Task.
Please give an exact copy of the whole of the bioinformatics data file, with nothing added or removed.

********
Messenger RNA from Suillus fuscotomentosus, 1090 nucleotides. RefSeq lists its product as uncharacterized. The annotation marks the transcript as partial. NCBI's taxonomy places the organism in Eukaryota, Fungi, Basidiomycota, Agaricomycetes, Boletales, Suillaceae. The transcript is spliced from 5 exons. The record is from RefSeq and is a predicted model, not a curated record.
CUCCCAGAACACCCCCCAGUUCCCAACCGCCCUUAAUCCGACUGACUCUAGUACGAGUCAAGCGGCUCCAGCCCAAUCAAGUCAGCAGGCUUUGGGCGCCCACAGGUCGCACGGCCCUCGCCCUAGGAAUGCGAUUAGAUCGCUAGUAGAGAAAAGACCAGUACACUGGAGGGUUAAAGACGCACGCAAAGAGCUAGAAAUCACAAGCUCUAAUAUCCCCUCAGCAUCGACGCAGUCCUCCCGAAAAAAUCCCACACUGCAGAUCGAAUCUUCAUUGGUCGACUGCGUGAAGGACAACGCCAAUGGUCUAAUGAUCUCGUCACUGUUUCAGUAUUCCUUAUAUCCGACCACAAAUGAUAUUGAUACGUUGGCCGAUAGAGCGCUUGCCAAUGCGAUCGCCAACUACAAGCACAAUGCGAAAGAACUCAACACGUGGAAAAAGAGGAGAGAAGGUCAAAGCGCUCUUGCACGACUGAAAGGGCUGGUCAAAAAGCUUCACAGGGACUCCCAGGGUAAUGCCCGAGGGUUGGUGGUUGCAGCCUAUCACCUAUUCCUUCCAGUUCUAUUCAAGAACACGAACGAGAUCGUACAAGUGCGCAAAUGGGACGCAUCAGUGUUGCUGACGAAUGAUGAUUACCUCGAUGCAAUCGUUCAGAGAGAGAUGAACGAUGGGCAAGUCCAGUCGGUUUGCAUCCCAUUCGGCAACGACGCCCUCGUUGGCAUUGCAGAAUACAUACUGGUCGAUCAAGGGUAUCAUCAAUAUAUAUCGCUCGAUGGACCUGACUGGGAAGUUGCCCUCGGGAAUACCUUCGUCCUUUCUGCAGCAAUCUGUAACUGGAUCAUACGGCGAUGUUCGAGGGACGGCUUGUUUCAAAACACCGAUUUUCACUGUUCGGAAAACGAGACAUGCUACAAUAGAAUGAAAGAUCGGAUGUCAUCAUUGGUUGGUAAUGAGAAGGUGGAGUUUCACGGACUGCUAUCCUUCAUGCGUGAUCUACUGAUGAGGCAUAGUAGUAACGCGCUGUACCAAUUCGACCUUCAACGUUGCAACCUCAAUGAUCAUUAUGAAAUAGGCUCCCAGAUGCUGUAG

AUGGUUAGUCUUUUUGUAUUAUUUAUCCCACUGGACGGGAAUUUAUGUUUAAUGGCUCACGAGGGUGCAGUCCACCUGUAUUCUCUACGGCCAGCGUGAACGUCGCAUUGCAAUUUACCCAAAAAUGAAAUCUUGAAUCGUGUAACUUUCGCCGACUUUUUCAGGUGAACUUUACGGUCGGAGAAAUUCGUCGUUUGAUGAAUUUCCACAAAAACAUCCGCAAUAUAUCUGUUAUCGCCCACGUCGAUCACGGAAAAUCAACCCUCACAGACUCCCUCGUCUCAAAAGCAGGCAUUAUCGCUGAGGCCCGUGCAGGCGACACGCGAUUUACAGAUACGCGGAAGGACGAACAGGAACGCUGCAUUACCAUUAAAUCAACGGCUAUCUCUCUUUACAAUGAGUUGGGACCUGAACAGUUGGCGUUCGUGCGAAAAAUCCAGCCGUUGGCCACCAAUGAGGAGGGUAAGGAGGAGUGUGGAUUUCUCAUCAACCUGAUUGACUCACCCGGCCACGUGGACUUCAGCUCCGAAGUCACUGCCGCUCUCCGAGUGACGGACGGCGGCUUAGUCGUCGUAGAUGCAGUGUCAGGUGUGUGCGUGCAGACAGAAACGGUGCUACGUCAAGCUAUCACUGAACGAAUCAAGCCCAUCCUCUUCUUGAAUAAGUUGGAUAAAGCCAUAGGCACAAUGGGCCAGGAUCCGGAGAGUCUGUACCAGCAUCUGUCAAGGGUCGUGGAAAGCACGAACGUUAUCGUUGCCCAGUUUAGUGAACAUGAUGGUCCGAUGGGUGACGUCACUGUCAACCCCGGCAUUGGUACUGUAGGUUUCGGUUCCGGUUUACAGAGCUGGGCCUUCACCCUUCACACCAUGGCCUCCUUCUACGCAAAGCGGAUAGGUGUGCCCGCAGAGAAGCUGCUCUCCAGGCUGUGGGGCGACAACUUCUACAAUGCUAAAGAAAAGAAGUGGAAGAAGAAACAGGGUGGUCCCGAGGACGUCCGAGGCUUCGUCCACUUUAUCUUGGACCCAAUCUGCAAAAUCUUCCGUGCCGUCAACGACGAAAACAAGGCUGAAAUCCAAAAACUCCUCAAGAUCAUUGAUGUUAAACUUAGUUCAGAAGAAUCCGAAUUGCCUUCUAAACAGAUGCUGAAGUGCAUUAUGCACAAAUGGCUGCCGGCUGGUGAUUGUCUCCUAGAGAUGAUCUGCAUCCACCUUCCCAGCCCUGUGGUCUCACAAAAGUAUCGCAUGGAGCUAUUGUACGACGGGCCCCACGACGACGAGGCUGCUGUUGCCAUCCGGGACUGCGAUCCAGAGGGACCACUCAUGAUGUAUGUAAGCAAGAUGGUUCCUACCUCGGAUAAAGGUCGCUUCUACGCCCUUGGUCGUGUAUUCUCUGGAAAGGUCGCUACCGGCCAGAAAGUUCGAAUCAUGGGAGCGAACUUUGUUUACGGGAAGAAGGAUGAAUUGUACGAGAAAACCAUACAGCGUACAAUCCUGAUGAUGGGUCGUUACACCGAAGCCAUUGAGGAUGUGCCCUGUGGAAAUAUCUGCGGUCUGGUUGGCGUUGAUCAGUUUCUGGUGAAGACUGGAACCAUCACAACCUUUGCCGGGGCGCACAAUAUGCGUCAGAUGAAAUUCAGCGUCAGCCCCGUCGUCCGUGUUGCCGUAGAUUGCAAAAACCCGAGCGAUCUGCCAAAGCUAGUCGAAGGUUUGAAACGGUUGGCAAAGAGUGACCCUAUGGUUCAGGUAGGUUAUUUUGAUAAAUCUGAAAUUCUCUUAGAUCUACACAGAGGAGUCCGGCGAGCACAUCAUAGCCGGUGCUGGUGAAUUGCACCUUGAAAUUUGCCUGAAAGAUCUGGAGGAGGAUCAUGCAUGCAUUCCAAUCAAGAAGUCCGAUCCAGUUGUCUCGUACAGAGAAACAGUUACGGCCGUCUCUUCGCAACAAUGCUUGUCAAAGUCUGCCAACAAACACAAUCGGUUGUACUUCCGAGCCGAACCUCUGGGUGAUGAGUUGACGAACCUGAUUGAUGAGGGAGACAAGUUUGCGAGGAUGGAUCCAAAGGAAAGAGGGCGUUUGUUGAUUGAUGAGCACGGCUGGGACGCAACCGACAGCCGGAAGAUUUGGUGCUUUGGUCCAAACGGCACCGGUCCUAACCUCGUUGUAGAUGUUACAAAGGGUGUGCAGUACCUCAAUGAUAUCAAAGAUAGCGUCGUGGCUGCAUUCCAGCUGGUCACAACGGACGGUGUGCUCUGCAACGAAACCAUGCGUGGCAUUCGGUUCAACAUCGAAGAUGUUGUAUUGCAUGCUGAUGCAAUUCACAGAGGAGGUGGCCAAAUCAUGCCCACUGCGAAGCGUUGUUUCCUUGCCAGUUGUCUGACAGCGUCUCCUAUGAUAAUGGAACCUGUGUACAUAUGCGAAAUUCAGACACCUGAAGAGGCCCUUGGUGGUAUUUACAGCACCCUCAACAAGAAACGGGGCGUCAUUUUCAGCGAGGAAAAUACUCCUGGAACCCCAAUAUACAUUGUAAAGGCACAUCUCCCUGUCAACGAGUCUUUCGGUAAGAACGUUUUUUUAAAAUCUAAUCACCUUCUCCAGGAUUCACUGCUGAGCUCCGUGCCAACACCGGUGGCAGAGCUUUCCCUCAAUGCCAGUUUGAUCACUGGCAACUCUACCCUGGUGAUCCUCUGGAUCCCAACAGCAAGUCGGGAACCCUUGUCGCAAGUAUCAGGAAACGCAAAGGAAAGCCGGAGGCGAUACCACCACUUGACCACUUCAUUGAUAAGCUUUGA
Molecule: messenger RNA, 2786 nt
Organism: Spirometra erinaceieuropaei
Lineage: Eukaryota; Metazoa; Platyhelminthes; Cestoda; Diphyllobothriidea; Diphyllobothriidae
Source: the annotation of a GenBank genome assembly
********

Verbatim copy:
Messenger RNA from Suillus fuscotomentosus, 1090 nucleotides. RefSeq lists its product as uncharacterized. The annotation marks the transcript as partial. NCBI's taxonomy places the organism in Eukaryota, Fungi, Basidiomycota, Agaricomycetes, Boletales, Suillaceae. The transcript is spliced from 5 exons. The record is from RefSeq and is a predicted model, not a curated record.
CUCCCAGAACACCCCCCAGUUCCCAACCGCCCUUAAUCCGACUGACUCUAGUACGAGUCAAGCGGCUCCAGCCCAAUCAAGUCAGCAGGCUUUGGGCGCCCACAGGUCGCACGGCCCUCGCCCUAGGAAUGCGAUUAGAUCGCUAGUAGAGAAAAGACCAGUACACUGGAGGGUUAAAGACGCACGCAAAGAGCUAGAAAUCACAAGCUCUAAUAUCCCCUCAGCAUCGACGCAGUCCUCCCGAAAAAAUCCCACACUGCAGAUCGAAUCUUCAUUGGUCGACUGCGUGAAGGACAACGCCAAUGGUCUAAUGAUCUCGUCACUGUUUCAGUAUUCCUUAUAUCCGACCACAAAUGAUAUUGAUACGUUGGCCGAUAGAGCGCUUGCCAAUGCGAUCGCCAACUACAAGCACAAUGCGAAAGAACUCAACACGUGGAAAAAGAGGAGAGAAGGUCAAAGCGCUCUUGCACGACUGAAAGGGCUGGUCAAAAAGCUUCACAGGGACUCCCAGGGUAAUGCCCGAGGGUUGGUGGUUGCAGCCUAUCACCUAUUCCUUCCAGUUCUAUUCAAGAACACGAACGAGAUCGUACAAGUGCGCAAAUGGGACGCAUCAGUGUUGCUGACGAAUGAUGAUUACCUCGAUGCAAUCGUUCAGAGAGAGAUGAACGAUGGGCAAGUCCAGUCGGUUUGCAUCCCAUUCGGCAACGACGCCCUCGUUGGCAUUGCAGAAUACAUACUGGUCGAUCAAGGGUAUCAUCAAUAUAUAUCGCUCGAUGGACCUGACUGGGAAGUUGCCCUCGGGAAUACCUUCGUCCUUUCUGCAGCAAUCUGUAACUGGAUCAUACGGCGAUGUUCGAGGGACGGCUUGUUUCAAAACACCGAUUUUCACUGUUCGGAAAACGAGACAUGCUACAAUAGAAUGAAAGAUCGGAUGUCAUCAUUGGUUGGUAAUGAGAAGGUGGAGUUUCACGGACUGCUAUCCUUCAUGCGUGAUCUACUGAUGAGGCAUAGUAGUAACGCGCUGUACCAAUUCGACCUUCAACGUUGCAACCUCAAUGAUCAUUAUGAAAUAGGCUCCCAGAUGCUGUAG

AUGGUUAGUCUUUUUGUAUUAUUUAUCCCACUGGACGGGAAUUUAUGUUUAAUGGCUCACGAGGGUGCAGUCCACCUGUAUUCUCUACGGCCAGCGUGAACGUCGCAUUGCAAUUUACCCAAAAAUGAAAUCUUGAAUCGUGUAACUUUCGCCGACUUUUUCAGGUGAACUUUACGGUCGGAGAAAUUCGUCGUUUGAUGAAUUUCCACAAAAACAUCCGCAAUAUAUCUGUUAUCGCCCACGUCGAUCACGGAAAAUCAACCCUCACAGACUCCCUCGUCUCAAAAGCAGGCAUUAUCGCUGAGGCCCGUGCAGGCGACACGCGAUUUACAGAUACGCGGAAGGACGAACAGGAACGCUGCAUUACCAUUAAAUCAACGGCUAUCUCUCUUUACAAUGAGUUGGGACCUGAACAGUUGGCGUUCGUGCGAAAAAUCCAGCCGUUGGCCACCAAUGAGGAGGGUAAGGAGGAGUGUGGAUUUCUCAUCAACCUGAUUGACUCACCCGGCCACGUGGACUUCAGCUCCGAAGUCACUGCCGCUCUCCGAGUGACGGACGGCGGCUUAGUCGUCGUAGAUGCAGUGUCAGGUGUGUGCGUGCAGACAGAAACGGUGCUACGUCAAGCUAUCACUGAACGAAUCAAGCCCAUCCUCUUCUUGAAUAAGUUGGAUAAAGCCAUAGGCACAAUGGGCCAGGAUCCGGAGAGUCUGUACCAGCAUCUGUCAAGGGUCGUGGAAAGCACGAACGUUAUCGUUGCCCAGUUUAGUGAACAUGAUGGUCCGAUGGGUGACGUCACUGUCAACCCCGGCAUUGGUACUGUAGGUUUCGGUUCCGGUUUACAGAGCUGGGCCUUCACCCUUCACACCAUGGCCUCCUUCUACGCAAAGCGGAUAGGUGUGCCCGCAGAGAAGCUGCUCUCCAGGCUGUGGGGCGACAACUUCUACAAUGCUAAAGAAAAGAAGUGGAAGAAGAAACAGGGUGGUCCCGAGGACGUCCGAGGCUUCGUCCACUUUAUCUUGGACCCAAUCUGCAAAAUCUUCCGUGCCGUCAACGACGAAAACAAGGCUGAAAUCCAAAAACUCCUCAAGAUCAUUGAUGUUAAACUUAGUUCAGAAGAAUCCGAAUUGCCUUCUAAACAGAUGCUGAAGUGCAUUAUGCACAAAUGGCUGCCGGCUGGUGAUUGUCUCCUAGAGAUGAUCUGCAUCCACCUUCCCAGCCCUGUGGUCUCACAAAAGUAUCGCAUGGAGCUAUUGUACGACGGGCCCCACGACGACGAGGCUGCUGUUGCCAUCCGGGACUGCGAUCCAGAGGGACCACUCAUGAUGUAUGUAAGCAAGAUGGUUCCUACCUCGGAUAAAGGUCGCUUCUACGCCCUUGGUCGUGUAUUCUCUGGAAAGGUCGCUACCGGCCAGAAAGUUCGAAUCAUGGGAGCGAACUUUGUUUACGGGAAGAAGGAUGAAUUGUACGAGAAAACCAUACAGCGUACAAUCCUGAUGAUGGGUCGUUACACCGAAGCCAUUGAGGAUGUGCCCUGUGGAAAUAUCUGCGGUCUGGUUGGCGUUGAUCAGUUUCUGGUGAAGACUGGAACCAUCACAACCUUUGCCGGGGCGCACAAUAUGCGUCAGAUGAAAUUCAGCGUCAGCCCCGUCGUCCGUGUUGCCGUAGAUUGCAAAAACCCGAGCGAUCUGCCAAAGCUAGUCGAAGGUUUGAAACGGUUGGCAAAGAGUGACCCUAUGGUUCAGGUAGGUUAUUUUGAUAAAUCUGAAAUUCUCUUAGAUCUACACAGAGGAGUCCGGCGAGCACAUCAUAGCCGGUGCUGGUGAAUUGCACCUUGAAAUUUGCCUGAAAGAUCUGGAGGAGGAUCAUGCAUGCAUUCCAAUCAAGAAGUCCGAUCCAGUUGUCUCGUACAGAGAAACAGUUACGGCCGUCUCUUCGCAACAAUGCUUGUCAAAGUCUGCCAACAAACACAAUCGGUUGUACUUCCGAGCCGAACCUCUGGGUGAUGAGUUGACGAACCUGAUUGAUGAGGGAGACAAGUUUGCGAGGAUGGAUCCAAAGGAAAGAGGGCGUUUGUUGAUUGAUGAGCACGGCUGGGACGCAACCGACAGCCGGAAGAUUUGGUGCUUUGGUCCAAACGGCACCGGUCCUAACCUCGUUGUAGAUGUUACAAAGGGUGUGCAGUACCUCAAUGAUAUCAAAGAUAGCGUCGUGGCUGCAUUCCAGCUGGUCACAACGGACGGUGUGCUCUGCAACGAAACCAUGCGUGGCAUUCGGUUCAACAUCGAAGAUGUUGUAUUGCAUGCUGAUGCAAUUCACAGAGGAGGUGGCCAAAUCAUGCCCACUGCGAAGCGUUGUUUCCUUGCCAGUUGUCUGACAGCGUCUCCUAUGAUAAUGGAACCUGUGUACAUAUGCGAAAUUCAGACACCUGAAGAGGCCCUUGGUGGUAUUUACAGCACCCUCAACAAGAAACGGGGCGUCAUUUUCAGCGAGGAAAAUACUCCUGGAACCCCAAUAUACAUUGUAAAGGCACAUCUCCCUGUCAACGAGUCUUUCGGUAAGAACGUUUUUUUAAAAUCUAAUCACCUUCUCCAGGAUUCACUGCUGAGCUCCGUGCCAACACCGGUGGCAGAGCUUUCCCUCAAUGCCAGUUUGAUCACUGGCAACUCUACCCUGGUGAUCCUCUGGAUCCCAACAGCAAGUCGGGAACCCUUGUCGCAAGUAUCAGGAAACGCAAAGGAAAGCCGGAGGCGAUACCACCACUUGACCACUUCAUUGAUAAGCUUUGA
Molecule: messenger RNA, 2786 nt
Organism: Spirometra erinaceieuropaei
Lineage: Eukaryota; Metazoa; Platyhelminthes; Cestoda; Diphyllobothriidea; Diphyllobothriidae
Source: the annotation of a GenBank genome assembly